- Beyond Meat agreed to pay $515,000 in attorneys’ fees and make changes to its corporate governance to settle consolidated lawsuits filed by shareholders about an ongoing court battle the company is fighting with former co-manufacturer Don Lee Farms. The underlying dispute between Beyond Meat and Don Lee Farms is still pending in California Superior Court.
- As part of the settlement, Beyond Meat will add a Risk Committee to its board that will examine all legal, ethical, operational and strategic risks before the company. Two-thirds of Beyond Meat’s board will now be made up of people who are independent of the company. Information on the company’s corporate whistleblower program and corporate governance will be posted on its website as well.
- This sprawling legal battle kicked off in 2017, when Don Lee Farms accused Beyond Meat of stealing its trade secrets, providing unusable and unsafe raw materials for manufacturing, failing to compensate Don Lee for products it had made, and not ensuring it had operational equipment and personnel to make its products. Beyond Meat filed a counter suit against Don Lee in 2020. A trial is set for next month.
A side chapter of Beyond Meat’s battle with Don Lee Farms appears like it is about to end with a relatively small financial impact on the company. In documents posted to its investor relations website after business hours on Friday, Beyond Meat stressed this is not a class-action style settlement, so individual shareholders will not be able to get money from it. (Named plaintiffs, however, may apply for $2,000 awards.) Paying for plaintiffs’ attorneys’ fees and making some board changes is a relatively easy way to end this litigation. All parties agreed to the settlement — which ends the litigation and is not an admission of wrongdoing — in January. The court gave it preliminary approval last month, and a hearing for final approval is scheduled for July.
Adding risk management committees to corporate boards has become a popular strategy to help companies realize and mitigate the challenges before them. In light of the tumultuous business climate of the past two years, punctuated by the COVID-19 pandemic, the need for specialized risk committees has become apparent, business strategy consultants have said.
Although a Beyond Meat risk committee likely would not have prevented this lawsuit from taking place — it was filed two years before the company went public in 2019 and involved a contract dispute from its early years as a business — having it in place could prove invaluable. Plant-based food is an inherently risky space. While it’s getting to be more accepted in the mainstream with wide availability and a variety of brands at grocery stores and foodservice, its former meteoric growth is slowing. Companies, including Beyond Meat, are facing the new challenge of expanding market share and converting new consumers. For Beyond Meat’s part, Founder and CEO Ethan Brown has said that slowing sales are the result of several supply chain and pandemic consumer behavior factors, but it could be comforting to investors to have a more independent panel of board members also weigh in on the company’s strategy.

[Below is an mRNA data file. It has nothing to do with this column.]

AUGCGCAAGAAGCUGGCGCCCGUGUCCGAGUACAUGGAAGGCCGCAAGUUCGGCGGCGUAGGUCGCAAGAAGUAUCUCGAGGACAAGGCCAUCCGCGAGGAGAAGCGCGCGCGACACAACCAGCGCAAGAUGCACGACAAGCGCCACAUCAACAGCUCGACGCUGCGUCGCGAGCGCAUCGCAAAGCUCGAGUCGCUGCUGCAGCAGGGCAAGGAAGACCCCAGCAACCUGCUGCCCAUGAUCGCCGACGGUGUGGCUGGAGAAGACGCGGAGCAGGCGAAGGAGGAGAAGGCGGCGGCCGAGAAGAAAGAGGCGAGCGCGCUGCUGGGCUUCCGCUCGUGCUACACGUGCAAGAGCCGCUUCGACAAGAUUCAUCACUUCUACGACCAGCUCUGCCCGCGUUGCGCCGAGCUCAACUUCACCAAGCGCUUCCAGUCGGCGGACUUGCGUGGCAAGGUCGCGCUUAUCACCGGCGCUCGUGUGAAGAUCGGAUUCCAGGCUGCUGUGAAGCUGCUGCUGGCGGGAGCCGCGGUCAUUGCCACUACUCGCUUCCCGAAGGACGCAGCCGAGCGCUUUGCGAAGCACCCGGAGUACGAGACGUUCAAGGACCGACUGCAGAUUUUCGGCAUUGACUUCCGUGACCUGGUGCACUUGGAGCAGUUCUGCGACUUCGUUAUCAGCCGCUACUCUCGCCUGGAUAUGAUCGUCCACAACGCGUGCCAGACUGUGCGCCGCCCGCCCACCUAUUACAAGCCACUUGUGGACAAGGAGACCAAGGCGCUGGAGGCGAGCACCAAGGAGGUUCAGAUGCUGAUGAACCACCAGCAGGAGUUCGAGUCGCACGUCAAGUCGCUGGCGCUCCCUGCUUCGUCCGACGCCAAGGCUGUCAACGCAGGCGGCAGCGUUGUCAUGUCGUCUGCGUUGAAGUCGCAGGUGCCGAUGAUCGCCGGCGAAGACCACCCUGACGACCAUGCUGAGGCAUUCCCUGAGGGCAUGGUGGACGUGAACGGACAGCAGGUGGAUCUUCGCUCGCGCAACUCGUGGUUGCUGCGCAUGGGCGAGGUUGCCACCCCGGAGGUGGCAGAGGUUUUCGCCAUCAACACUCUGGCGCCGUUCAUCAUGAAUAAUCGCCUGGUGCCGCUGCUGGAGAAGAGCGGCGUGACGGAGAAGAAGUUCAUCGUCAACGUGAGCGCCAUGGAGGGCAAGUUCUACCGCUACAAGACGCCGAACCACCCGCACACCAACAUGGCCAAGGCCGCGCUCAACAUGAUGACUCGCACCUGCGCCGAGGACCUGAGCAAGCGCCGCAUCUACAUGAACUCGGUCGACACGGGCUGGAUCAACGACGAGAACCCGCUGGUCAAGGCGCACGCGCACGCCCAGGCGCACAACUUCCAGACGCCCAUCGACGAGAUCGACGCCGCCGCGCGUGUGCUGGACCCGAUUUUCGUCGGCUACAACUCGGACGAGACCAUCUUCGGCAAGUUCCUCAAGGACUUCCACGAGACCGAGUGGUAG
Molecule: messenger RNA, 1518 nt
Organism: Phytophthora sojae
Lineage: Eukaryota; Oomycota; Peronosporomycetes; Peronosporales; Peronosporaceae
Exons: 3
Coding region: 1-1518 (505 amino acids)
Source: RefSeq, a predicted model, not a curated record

It’s unclear if the requirement of independent board members would make much of a change in the current operating structure of Beyond Meat. Currently, Brown — who is also the board chairman — is the only member who has a direct role in the company’s operations. However, the requirement can ensure investors that the company will be governed more independently in the future.
But this settlement is just a small step. There still may be a lot of bitter — and potentially expensive — fighting to come between Beyond Meat and Don Lee Farms. A hearing is scheduled this week on a motion dealing with the claim that Beyond Meat stole Don Lee’s trade secrets, and the trial is set to begin next month. In its annual report filed in March, Beyond Meat said it would “vigorously defend” the company and its current and former employees implicated in the dispute. However, in the case that Beyond Meat is not victorious, the company could be required to pay steep damages. Beyond Meat couldn’t estimate how much that might be in its annual report, but it could be significant — making right now a very good time to settle the investor litigation.